### Atmospheric lapse rate

The lapse rate of the atmosphere is usually defined as the rate of change of temperature with altitude. As shown in the analysis below, the lapse rate is easily determined by calculating the change in pressure with altitude using conventional thermodynamic relationships. If the atmosphere can be approximated as a dry ideal gas (no water vapor in the mixture), the relationship of the pressure of the fluid microelement in the gravitational field with height is given by:

dp=-ρgdz    (1.1)

where p is the atmospheric pressure, ρ is the atmospheric density, z is the altitude, and g is the local gravitational acceleration (assumed to be a constant).

The minus sign is because height is usually measured in the positive direction upward, so the pressure p falls in the positive direction of z.

For a closed system of ideal gas per unit mass, the first law of ideal gas thermodynamics can be written as:

dq=du+pdv=dh-vdp=cpdT-(1/ρ)dp    (1.2)

In the formula, T is the temperature, q is the heat transferred, u is the internal energy, h is the baking, is the specific volume, and cp is the constant pressure specific heat.

For an adiabatic process (no heat transfer) dg=0, equation (1.3) p= 101. 29 -(0. 011837)z+(4. 793×10-7)z2 becomes:

cpdT=(1/ρ)dp   (1.4)

Replace dp in equation (1.1) with the above formula and write:

If one assumes that the changes in g and cp with height are ignored, then under adiabatic conditions the temperature change is a constant. Substitute into g=9.81 m/s2 and cp=1.005 kJ/kgK to get:

Thus, for a system with no heat transfer, the lapse rate of temperature with increasing altitude is approximately 1°C per 100 meters. This is the so-called dry adiabatic lapse rate, which is defined by conventional notation as the negative value of the atmospheric temperature gradient. Therefore, the dry adiabatic lapse rate can be written as:

The dry adiabatic lapse rate is very important in meteorological research because comparing it with the actual lapse rate in the lower atmosphere is a measure of atmospheric stability. International standard atmospheric lapse rates based on meteorological data have been defined and used for this comparison. Specifically, for the mid-latitudes, the mean temperature decreases linearly with altitude until about 10 000 m (the defined target is 10.8 km), and the mean temperature at sea level is 288°K, and decreases all the way to 216.7°K at an altitude of 10.8 km. The standard temperature gradient thus given is:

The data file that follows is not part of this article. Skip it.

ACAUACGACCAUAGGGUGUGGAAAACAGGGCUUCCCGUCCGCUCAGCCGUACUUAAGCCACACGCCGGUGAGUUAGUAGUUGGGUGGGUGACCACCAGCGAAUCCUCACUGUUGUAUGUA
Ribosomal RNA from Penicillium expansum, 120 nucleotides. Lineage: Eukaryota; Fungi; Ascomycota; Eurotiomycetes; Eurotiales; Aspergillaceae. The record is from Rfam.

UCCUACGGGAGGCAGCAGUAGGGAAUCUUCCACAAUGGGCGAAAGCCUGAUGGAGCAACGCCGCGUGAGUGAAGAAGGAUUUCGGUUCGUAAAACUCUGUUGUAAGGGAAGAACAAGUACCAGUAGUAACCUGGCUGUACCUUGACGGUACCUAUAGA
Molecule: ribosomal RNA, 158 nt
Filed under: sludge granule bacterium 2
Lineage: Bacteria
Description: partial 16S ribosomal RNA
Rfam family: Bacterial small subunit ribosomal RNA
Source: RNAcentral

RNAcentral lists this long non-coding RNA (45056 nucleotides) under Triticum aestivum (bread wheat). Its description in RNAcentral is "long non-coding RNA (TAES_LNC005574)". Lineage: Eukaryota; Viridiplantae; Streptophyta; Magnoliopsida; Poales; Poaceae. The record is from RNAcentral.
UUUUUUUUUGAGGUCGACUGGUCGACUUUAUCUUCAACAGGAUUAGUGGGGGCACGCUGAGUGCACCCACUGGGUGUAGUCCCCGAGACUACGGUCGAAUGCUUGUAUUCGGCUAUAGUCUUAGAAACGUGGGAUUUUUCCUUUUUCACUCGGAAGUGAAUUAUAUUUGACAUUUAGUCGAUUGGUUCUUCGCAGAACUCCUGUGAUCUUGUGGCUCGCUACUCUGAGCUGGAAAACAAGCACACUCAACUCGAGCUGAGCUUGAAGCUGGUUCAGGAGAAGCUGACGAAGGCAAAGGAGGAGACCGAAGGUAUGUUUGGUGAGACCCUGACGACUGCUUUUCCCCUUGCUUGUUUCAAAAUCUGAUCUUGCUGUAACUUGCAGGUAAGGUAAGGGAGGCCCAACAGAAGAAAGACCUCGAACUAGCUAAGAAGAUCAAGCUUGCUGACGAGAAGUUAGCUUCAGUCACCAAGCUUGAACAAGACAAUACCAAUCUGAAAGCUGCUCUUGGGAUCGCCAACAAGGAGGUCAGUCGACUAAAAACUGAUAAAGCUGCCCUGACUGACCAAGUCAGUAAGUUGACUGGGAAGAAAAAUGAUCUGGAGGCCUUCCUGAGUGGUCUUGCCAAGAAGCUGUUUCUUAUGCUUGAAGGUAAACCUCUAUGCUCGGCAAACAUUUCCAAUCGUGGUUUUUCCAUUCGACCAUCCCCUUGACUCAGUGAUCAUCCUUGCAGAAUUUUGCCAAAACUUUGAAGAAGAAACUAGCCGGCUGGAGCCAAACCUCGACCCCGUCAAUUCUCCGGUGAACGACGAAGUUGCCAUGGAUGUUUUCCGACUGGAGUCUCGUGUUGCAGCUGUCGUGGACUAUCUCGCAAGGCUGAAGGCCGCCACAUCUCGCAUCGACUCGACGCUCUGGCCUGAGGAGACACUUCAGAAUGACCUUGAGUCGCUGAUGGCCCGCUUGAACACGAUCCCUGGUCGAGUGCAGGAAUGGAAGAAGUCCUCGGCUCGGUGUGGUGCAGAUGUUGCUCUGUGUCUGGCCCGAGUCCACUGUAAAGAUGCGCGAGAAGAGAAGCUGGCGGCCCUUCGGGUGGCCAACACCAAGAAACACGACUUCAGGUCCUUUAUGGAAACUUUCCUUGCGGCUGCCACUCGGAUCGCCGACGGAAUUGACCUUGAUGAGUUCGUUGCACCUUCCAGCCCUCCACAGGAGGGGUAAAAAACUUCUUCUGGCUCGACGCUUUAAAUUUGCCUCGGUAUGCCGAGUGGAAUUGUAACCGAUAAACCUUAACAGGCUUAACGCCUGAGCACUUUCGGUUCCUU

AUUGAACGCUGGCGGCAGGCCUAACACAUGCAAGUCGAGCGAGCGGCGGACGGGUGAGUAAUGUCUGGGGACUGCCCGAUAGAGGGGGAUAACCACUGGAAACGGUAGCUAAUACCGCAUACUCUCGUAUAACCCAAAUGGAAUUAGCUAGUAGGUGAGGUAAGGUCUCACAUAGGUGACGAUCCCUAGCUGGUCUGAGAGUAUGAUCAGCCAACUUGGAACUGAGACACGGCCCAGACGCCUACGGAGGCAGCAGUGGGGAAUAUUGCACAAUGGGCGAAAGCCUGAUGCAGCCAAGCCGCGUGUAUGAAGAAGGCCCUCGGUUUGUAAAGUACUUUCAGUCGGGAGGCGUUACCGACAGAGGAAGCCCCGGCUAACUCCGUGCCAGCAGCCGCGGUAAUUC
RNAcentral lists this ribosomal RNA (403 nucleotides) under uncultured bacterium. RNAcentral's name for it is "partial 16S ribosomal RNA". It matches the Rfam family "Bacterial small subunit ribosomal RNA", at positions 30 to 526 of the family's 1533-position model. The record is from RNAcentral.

In this way, the standard lapse rate according to international practice is 0.66°C/100m.

Different temperature gradients produce different atmospheric steady states. Figure 1 shows the variation of the temperature profile from day to night due to differences in the heating of the Earth’s surface. Near the ground, the temperature profile (solid line) decreases with height before the sun rises, and the opposite is true after the sun rises (dashed line). The air near the ground is heated, and the temperature gradient near the ground increases with height, up to the so-called reversal height zi. The air surface layer below zi is called the troposphere or mixed layer. The temperature profile over zi changes in the opposite direction.

The concept of atmospheric stability can be illustrated in this way. Consider an air cell moving up to a lower pressure, assuming that the standard lapse rate is 0.66℃/100m, and the considered ascending air cells cool with a dry adiabatic lapse rate (1℃ per 100m). If the air cells under consideration have the same temperature as the surrounding air at the beginning, then after rising 100 meters, they will be colder than the surrounding air, and the temperature will be 0.34℃ lower than them. The microelement becomes denser and tends to return to its original height position. This atmospheric state is called stable.

In general, atmospheres with dT/dz greater than (dT/dz)adiabatic are stable. It should be noted that the international standard lapse rate rarely occurs in nature. This explains the need for daily balloon detection at major airports around the world to determine the actual lapse rate. Of course, a reversal state (temperature increases with altitude) is not necessary for the atmosphere to be stable. If it does exist, the atmosphere is more stable.